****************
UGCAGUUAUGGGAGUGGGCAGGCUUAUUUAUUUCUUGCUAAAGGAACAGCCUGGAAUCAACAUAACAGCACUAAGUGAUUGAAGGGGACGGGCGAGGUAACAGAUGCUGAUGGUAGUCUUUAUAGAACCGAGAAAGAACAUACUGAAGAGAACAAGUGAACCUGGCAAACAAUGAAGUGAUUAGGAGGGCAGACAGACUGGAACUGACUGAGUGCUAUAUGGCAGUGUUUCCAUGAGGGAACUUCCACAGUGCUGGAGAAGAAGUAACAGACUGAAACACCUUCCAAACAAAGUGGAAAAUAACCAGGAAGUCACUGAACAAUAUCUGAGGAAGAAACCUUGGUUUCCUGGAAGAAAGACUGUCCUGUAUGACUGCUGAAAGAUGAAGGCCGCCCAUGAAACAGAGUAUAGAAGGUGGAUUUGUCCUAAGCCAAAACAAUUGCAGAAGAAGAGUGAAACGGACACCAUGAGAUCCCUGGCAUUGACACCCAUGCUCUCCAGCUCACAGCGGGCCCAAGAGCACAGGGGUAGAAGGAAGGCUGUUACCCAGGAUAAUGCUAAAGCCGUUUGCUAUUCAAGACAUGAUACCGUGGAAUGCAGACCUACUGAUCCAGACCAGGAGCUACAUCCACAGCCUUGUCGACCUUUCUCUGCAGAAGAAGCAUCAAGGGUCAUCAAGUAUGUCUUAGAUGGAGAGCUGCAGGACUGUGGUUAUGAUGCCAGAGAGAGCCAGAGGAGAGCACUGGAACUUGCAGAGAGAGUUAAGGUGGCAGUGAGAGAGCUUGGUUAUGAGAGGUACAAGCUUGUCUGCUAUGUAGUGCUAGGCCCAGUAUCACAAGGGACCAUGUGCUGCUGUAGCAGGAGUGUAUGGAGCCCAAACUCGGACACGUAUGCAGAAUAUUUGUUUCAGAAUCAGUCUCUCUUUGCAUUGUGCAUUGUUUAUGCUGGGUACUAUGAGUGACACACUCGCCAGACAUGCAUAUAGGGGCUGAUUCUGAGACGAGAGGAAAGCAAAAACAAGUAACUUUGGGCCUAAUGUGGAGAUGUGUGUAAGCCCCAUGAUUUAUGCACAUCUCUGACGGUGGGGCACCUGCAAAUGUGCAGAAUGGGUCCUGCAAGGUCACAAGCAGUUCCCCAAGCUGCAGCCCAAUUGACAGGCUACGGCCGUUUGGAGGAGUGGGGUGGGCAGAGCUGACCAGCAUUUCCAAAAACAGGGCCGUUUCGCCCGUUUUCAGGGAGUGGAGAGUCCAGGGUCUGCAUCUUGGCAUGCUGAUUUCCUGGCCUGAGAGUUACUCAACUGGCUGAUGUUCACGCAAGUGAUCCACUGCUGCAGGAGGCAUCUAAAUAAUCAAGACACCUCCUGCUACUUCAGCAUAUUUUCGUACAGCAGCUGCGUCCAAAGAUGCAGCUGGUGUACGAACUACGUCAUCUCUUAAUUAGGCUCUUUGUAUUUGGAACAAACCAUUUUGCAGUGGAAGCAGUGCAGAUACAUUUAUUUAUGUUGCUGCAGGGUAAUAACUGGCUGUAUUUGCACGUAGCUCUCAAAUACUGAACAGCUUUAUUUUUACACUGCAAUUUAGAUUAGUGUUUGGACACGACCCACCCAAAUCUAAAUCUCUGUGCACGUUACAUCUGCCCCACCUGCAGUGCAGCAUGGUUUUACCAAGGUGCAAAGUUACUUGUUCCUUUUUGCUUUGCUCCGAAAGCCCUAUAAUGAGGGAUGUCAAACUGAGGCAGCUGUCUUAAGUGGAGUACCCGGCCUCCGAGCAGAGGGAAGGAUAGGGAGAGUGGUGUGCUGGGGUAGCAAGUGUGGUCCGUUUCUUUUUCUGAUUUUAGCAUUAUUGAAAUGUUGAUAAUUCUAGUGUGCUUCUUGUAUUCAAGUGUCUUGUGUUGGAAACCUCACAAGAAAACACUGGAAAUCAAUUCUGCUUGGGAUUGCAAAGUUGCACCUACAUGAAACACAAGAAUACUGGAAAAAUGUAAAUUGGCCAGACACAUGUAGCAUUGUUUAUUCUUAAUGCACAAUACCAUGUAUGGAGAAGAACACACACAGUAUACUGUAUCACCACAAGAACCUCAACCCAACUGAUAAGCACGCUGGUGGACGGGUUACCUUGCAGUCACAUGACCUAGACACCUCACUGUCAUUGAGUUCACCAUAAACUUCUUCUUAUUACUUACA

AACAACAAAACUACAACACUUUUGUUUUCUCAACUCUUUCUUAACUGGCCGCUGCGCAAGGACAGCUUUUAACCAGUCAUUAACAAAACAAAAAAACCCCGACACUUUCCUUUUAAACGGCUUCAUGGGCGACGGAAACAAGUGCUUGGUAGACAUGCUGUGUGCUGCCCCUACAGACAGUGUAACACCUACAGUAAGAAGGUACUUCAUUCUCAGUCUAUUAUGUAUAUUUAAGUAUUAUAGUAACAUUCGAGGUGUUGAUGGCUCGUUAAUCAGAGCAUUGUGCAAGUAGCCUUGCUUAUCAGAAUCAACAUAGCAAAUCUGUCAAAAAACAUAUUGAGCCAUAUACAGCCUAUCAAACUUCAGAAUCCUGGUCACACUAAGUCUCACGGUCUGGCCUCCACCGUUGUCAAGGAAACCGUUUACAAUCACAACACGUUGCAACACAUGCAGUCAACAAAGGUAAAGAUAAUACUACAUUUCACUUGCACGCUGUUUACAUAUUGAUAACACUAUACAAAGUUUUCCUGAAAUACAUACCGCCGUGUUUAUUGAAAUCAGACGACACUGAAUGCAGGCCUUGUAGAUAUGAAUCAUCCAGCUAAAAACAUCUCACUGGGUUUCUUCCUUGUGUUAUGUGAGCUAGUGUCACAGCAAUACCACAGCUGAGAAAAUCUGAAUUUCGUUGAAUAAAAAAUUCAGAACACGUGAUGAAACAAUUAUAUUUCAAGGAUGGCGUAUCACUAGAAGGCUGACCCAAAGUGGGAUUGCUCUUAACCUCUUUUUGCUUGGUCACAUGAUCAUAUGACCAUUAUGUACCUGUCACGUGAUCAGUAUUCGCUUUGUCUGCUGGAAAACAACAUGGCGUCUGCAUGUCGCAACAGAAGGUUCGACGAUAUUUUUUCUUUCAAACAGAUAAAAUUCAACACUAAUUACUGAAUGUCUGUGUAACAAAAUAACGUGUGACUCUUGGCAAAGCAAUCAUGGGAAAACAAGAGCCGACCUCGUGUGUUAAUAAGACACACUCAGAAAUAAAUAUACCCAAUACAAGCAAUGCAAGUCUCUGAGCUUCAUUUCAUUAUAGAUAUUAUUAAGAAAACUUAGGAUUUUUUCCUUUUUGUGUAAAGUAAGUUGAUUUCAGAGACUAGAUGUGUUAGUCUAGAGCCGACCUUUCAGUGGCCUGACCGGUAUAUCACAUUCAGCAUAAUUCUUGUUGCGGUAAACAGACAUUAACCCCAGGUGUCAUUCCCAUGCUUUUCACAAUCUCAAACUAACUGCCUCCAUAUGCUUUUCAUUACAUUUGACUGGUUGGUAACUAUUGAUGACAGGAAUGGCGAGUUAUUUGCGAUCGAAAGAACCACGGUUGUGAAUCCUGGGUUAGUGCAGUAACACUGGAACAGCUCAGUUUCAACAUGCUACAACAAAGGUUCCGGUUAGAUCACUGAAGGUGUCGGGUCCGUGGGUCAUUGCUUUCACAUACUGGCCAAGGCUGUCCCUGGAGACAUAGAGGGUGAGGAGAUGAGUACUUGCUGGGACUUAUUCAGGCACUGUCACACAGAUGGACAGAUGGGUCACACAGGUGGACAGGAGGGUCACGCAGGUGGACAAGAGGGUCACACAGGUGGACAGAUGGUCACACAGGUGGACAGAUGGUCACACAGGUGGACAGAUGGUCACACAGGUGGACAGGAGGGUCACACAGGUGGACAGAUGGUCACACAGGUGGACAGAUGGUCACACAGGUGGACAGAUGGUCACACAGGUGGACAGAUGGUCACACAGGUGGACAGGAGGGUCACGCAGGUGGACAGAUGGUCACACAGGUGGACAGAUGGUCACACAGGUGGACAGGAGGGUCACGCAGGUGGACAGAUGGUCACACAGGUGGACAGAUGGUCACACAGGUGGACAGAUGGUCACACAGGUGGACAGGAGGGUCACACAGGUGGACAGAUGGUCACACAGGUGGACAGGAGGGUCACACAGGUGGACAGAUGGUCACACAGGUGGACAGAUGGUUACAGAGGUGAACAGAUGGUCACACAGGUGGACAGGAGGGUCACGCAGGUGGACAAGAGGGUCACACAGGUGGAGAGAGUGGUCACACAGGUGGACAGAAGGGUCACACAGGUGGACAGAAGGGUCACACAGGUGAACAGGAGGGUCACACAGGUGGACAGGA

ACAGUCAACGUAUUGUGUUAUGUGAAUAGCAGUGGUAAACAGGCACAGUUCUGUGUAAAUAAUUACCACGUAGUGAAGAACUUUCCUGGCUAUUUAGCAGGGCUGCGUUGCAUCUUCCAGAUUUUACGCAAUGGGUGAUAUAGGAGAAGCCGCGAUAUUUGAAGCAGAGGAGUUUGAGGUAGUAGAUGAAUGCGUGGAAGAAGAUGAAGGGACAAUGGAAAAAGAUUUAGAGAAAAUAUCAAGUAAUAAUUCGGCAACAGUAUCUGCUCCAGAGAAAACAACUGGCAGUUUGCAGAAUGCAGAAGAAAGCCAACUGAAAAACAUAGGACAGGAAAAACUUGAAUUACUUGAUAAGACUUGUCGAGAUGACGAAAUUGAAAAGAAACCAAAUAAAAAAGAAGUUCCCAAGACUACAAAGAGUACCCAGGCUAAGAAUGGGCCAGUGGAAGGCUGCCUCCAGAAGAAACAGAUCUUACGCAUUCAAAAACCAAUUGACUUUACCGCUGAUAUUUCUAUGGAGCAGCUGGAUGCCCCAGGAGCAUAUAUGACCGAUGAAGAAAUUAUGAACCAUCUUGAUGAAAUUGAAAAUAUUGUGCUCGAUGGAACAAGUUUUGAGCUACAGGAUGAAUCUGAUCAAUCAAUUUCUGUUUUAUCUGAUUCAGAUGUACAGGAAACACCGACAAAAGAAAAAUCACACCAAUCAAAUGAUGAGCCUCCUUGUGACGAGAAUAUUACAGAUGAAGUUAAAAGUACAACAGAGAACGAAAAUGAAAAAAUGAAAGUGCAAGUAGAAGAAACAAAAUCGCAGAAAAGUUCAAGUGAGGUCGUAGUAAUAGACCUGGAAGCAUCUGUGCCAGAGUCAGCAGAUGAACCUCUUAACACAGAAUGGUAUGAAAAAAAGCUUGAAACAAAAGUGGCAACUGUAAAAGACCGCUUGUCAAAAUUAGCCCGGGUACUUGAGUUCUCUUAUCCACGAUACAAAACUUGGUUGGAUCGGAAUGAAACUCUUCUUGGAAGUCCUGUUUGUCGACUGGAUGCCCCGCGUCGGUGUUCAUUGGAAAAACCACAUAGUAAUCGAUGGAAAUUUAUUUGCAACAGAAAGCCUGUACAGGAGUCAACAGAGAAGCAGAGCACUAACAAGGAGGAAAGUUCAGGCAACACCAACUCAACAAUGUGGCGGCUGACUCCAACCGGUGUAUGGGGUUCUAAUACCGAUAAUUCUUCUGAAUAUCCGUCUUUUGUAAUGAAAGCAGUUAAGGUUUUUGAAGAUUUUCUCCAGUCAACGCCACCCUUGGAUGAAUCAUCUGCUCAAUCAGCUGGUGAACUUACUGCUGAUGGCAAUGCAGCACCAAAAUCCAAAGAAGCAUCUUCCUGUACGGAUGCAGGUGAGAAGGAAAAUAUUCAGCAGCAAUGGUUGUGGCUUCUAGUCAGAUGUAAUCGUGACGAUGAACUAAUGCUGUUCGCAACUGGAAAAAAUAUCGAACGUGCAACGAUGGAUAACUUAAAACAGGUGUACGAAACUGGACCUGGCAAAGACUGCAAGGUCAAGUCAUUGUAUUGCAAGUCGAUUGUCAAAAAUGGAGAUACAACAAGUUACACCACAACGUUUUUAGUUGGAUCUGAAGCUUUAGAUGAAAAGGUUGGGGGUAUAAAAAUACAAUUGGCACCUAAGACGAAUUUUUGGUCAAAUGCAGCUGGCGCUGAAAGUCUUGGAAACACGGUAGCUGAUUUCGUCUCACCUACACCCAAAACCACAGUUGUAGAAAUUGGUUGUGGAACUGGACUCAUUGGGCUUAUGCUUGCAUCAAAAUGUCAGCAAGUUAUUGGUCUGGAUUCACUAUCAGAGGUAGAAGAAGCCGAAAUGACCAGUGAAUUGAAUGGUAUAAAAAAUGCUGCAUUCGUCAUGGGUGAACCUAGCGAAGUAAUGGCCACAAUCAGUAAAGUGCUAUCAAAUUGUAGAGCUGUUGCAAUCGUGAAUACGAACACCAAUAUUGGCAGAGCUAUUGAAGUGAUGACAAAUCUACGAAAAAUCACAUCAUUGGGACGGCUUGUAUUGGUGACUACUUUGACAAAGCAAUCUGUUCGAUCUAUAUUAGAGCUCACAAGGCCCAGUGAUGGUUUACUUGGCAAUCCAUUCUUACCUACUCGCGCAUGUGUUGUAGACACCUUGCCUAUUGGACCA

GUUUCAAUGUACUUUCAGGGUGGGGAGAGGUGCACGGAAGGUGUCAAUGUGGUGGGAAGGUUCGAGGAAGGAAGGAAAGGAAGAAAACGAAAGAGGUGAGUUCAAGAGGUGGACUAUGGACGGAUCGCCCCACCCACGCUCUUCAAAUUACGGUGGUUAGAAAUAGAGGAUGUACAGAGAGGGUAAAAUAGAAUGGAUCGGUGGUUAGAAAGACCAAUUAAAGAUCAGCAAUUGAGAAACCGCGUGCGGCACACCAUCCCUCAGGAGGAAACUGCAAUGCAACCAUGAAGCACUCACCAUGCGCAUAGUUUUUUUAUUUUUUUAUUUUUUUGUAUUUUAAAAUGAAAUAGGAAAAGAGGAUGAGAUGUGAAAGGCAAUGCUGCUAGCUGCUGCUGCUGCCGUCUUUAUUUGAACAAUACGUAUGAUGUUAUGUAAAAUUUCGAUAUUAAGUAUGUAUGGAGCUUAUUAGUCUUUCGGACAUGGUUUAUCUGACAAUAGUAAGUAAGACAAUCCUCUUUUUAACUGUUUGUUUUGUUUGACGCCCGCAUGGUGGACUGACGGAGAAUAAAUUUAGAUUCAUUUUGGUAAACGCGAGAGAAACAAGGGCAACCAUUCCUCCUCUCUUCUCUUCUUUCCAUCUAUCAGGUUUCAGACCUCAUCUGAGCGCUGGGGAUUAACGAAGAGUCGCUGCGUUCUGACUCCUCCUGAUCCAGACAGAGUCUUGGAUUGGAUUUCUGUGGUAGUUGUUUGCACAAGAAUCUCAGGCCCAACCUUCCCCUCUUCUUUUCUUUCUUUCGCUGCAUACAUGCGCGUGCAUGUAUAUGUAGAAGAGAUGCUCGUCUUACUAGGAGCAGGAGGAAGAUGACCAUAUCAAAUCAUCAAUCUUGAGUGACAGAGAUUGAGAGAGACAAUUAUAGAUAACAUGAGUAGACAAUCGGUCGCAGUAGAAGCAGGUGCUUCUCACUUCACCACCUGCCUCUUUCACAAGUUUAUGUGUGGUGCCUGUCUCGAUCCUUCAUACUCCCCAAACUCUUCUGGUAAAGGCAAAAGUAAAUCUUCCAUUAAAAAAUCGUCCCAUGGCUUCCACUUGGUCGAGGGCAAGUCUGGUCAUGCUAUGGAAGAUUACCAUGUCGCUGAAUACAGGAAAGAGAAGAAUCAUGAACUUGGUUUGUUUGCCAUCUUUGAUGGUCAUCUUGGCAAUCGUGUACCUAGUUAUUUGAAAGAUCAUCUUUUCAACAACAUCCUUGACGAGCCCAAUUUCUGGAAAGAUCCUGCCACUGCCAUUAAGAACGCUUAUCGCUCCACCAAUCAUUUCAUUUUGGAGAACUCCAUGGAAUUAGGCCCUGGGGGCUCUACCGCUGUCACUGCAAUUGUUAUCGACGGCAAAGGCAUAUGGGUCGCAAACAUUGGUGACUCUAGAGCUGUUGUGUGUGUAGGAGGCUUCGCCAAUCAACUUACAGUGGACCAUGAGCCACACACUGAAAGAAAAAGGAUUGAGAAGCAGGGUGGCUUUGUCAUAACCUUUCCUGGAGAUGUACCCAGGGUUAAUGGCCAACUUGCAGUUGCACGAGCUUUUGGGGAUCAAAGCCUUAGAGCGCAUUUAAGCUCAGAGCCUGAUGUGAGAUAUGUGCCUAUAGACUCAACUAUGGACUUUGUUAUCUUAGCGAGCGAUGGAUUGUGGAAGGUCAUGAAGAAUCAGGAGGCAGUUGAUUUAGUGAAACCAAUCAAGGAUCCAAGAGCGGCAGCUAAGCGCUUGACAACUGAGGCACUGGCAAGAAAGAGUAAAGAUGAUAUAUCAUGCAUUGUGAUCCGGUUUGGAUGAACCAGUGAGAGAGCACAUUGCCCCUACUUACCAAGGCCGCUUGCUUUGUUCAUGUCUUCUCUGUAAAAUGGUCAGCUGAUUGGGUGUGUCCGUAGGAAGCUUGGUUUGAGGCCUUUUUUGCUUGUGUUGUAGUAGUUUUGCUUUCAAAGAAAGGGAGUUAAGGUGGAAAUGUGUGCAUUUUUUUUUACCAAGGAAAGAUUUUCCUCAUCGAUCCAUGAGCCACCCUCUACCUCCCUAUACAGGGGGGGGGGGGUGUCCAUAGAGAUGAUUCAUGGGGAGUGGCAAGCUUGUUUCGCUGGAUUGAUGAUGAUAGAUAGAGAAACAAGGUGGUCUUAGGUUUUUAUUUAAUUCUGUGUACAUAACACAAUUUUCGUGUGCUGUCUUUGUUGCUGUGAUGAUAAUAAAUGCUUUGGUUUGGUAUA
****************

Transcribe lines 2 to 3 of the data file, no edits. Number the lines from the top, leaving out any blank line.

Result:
AACAACAAAACUACAACACUUUUGUUUUCUCAACUCUUUCUUAACUGGCCGCUGCGCAAGGACAGCUUUUAACCAGUCAUUAACAAAACAAAAAAACCCCGACACUUUCCUUUUAAACGGCUUCAUGGGCGACGGAAACAAGUGCUUGGUAGACAUGCUGUGUGCUGCCCCUACAGACAGUGUAACACCUACAGUAAGAAGGUACUUCAUUCUCAGUCUAUUAUGUAUAUUUAAGUAUUAUAGUAACAUUCGAGGUGUUGAUGGCUCGUUAAUCAGAGCAUUGUGCAAGUAGCCUUGCUUAUCAGAAUCAACAUAGCAAAUCUGUCAAAAAACAUAUUGAGCCAUAUACAGCCUAUCAAACUUCAGAAUCCUGGUCACACUAAGUCUCACGGUCUGGCCUCCACCGUUGUCAAGGAAACCGUUUACAAUCACAACACGUUGCAACACAUGCAGUCAACAAAGGUAAAGAUAAUACUACAUUUCACUUGCACGCUGUUUACAUAUUGAUAACACUAUACAAAGUUUUCCUGAAAUACAUACCGCCGUGUUUAUUGAAAUCAGACGACACUGAAUGCAGGCCUUGUAGAUAUGAAUCAUCCAGCUAAAAACAUCUCACUGGGUUUCUUCCUUGUGUUAUGUGAGCUAGUGUCACAGCAAUACCACAGCUGAGAAAAUCUGAAUUUCGUUGAAUAAAAAAUUCAGAACACGUGAUGAAACAAUUAUAUUUCAAGGAUGGCGUAUCACUAGAAGGCUGACCCAAAGUGGGAUUGCUCUUAACCUCUUUUUGCUUGGUCACAUGAUCAUAUGACCAUUAUGUACCUGUCACGUGAUCAGUAUUCGCUUUGUCUGCUGGAAAACAACAUGGCGUCUGCAUGUCGCAACAGAAGGUUCGACGAUAUUUUUUCUUUCAAACAGAUAAAAUUCAACACUAAUUACUGAAUGUCUGUGUAACAAAAUAACGUGUGACUCUUGGCAAAGCAAUCAUGGGAAAACAAGAGCCGACCUCGUGUGUUAAUAAGACACACUCAGAAAUAAAUAUACCCAAUACAAGCAAUGCAAGUCUCUGAGCUUCAUUUCAUUAUAGAUAUUAUUAAGAAAACUUAGGAUUUUUUCCUUUUUGUGUAAAGUAAGUUGAUUUCAGAGACUAGAUGUGUUAGUCUAGAGCCGACCUUUCAGUGGCCUGACCGGUAUAUCACAUUCAGCAUAAUUCUUGUUGCGGUAAACAGACAUUAACCCCAGGUGUCAUUCCCAUGCUUUUCACAAUCUCAAACUAACUGCCUCCAUAUGCUUUUCAUUACAUUUGACUGGUUGGUAACUAUUGAUGACAGGAAUGGCGAGUUAUUUGCGAUCGAAAGAACCACGGUUGUGAAUCCUGGGUUAGUGCAGUAACACUGGAACAGCUCAGUUUCAACAUGCUACAACAAAGGUUCCGGUUAGAUCACUGAAGGUGUCGGGUCCGUGGGUCAUUGCUUUCACAUACUGGCCAAGGCUGUCCCUGGAGACAUAGAGGGUGAGGAGAUGAGUACUUGCUGGGACUUAUUCAGGCACUGUCACACAGAUGGACAGAUGGGUCACACAGGUGGACAGGAGGGUCACGCAGGUGGACAAGAGGGUCACACAGGUGGACAGAUGGUCACACAGGUGGACAGAUGGUCACACAGGUGGACAGAUGGUCACACAGGUGGACAGGAGGGUCACACAGGUGGACAGAUGGUCACACAGGUGGACAGAUGGUCACACAGGUGGACAGAUGGUCACACAGGUGGACAGAUGGUCACACAGGUGGACAGGAGGGUCACGCAGGUGGACAGAUGGUCACACAGGUGGACAGAUGGUCACACAGGUGGACAGGAGGGUCACGCAGGUGGACAGAUGGUCACACAGGUGGACAGAUGGUCACACAGGUGGACAGAUGGUCACACAGGUGGACAGGAGGGUCACACAGGUGGACAGAUGGUCACACAGGUGGACAGGAGGGUCACACAGGUGGACAGAUGGUCACACAGGUGGACAGAUGGUUACAGAGGUGAACAGAUGGUCACACAGGUGGACAGGAGGGUCACGCAGGUGGACAAGAGGGUCACACAGGUGGAGAGAGUGGUCACACAGGUGGACAGAAGGGUCACACAGGUGGACAGAAGGGUCACACAGGUGAACAGGAGGGUCACACAGGUGGACAGGA

ACAGUCAACGUAUUGUGUUAUGUGAAUAGCAGUGGUAAACAGGCACAGUUCUGUGUAAAUAAUUACCACGUAGUGAAGAACUUUCCUGGCUAUUUAGCAGGGCUGCGUUGCAUCUUCCAGAUUUUACGCAAUGGGUGAUAUAGGAGAAGCCGCGAUAUUUGAAGCAGAGGAGUUUGAGGUAGUAGAUGAAUGCGUGGAAGAAGAUGAAGGGACAAUGGAAAAAGAUUUAGAGAAAAUAUCAAGUAAUAAUUCGGCAACAGUAUCUGCUCCAGAGAAAACAACUGGCAGUUUGCAGAAUGCAGAAGAAAGCCAACUGAAAAACAUAGGACAGGAAAAACUUGAAUUACUUGAUAAGACUUGUCGAGAUGACGAAAUUGAAAAGAAACCAAAUAAAAAAGAAGUUCCCAAGACUACAAAGAGUACCCAGGCUAAGAAUGGGCCAGUGGAAGGCUGCCUCCAGAAGAAACAGAUCUUACGCAUUCAAAAACCAAUUGACUUUACCGCUGAUAUUUCUAUGGAGCAGCUGGAUGCCCCAGGAGCAUAUAUGACCGAUGAAGAAAUUAUGAACCAUCUUGAUGAAAUUGAAAAUAUUGUGCUCGAUGGAACAAGUUUUGAGCUACAGGAUGAAUCUGAUCAAUCAAUUUCUGUUUUAUCUGAUUCAGAUGUACAGGAAACACCGACAAAAGAAAAAUCACACCAAUCAAAUGAUGAGCCUCCUUGUGACGAGAAUAUUACAGAUGAAGUUAAAAGUACAACAGAGAACGAAAAUGAAAAAAUGAAAGUGCAAGUAGAAGAAACAAAAUCGCAGAAAAGUUCAAGUGAGGUCGUAGUAAUAGACCUGGAAGCAUCUGUGCCAGAGUCAGCAGAUGAACCUCUUAACACAGAAUGGUAUGAAAAAAAGCUUGAAACAAAAGUGGCAACUGUAAAAGACCGCUUGUCAAAAUUAGCCCGGGUACUUGAGUUCUCUUAUCCACGAUACAAAACUUGGUUGGAUCGGAAUGAAACUCUUCUUGGAAGUCCUGUUUGUCGACUGGAUGCCCCGCGUCGGUGUUCAUUGGAAAAACCACAUAGUAAUCGAUGGAAAUUUAUUUGCAACAGAAAGCCUGUACAGGAGUCAACAGAGAAGCAGAGCACUAACAAGGAGGAAAGUUCAGGCAACACCAACUCAACAAUGUGGCGGCUGACUCCAACCGGUGUAUGGGGUUCUAAUACCGAUAAUUCUUCUGAAUAUCCGUCUUUUGUAAUGAAAGCAGUUAAGGUUUUUGAAGAUUUUCUCCAGUCAACGCCACCCUUGGAUGAAUCAUCUGCUCAAUCAGCUGGUGAACUUACUGCUGAUGGCAAUGCAGCACCAAAAUCCAAAGAAGCAUCUUCCUGUACGGAUGCAGGUGAGAAGGAAAAUAUUCAGCAGCAAUGGUUGUGGCUUCUAGUCAGAUGUAAUCGUGACGAUGAACUAAUGCUGUUCGCAACUGGAAAAAAUAUCGAACGUGCAACGAUGGAUAACUUAAAACAGGUGUACGAAACUGGACCUGGCAAAGACUGCAAGGUCAAGUCAUUGUAUUGCAAGUCGAUUGUCAAAAAUGGAGAUACAACAAGUUACACCACAACGUUUUUAGUUGGAUCUGAAGCUUUAGAUGAAAAGGUUGGGGGUAUAAAAAUACAAUUGGCACCUAAGACGAAUUUUUGGUCAAAUGCAGCUGGCGCUGAAAGUCUUGGAAACACGGUAGCUGAUUUCGUCUCACCUACACCCAAAACCACAGUUGUAGAAAUUGGUUGUGGAACUGGACUCAUUGGGCUUAUGCUUGCAUCAAAAUGUCAGCAAGUUAUUGGUCUGGAUUCACUAUCAGAGGUAGAAGAAGCCGAAAUGACCAGUGAAUUGAAUGGUAUAAAAAAUGCUGCAUUCGUCAUGGGUGAACCUAGCGAAGUAAUGGCCACAAUCAGUAAAGUGCUAUCAAAUUGUAGAGCUGUUGCAAUCGUGAAUACGAACACCAAUAUUGGCAGAGCUAUUGAAGUGAUGACAAAUCUACGAAAAAUCACAUCAUUGGGACGGCUUGUAUUGGUGACUACUUUGACAAAGCAAUCUGUUCGAUCUAUAUUAGAGCUCACAAGGCCCAGUGAUGGUUUACUUGGCAAUCCAUUCUUACCUACUCGCGCAUGUGUUGUAGACACCUUGCCUAUUGGACCA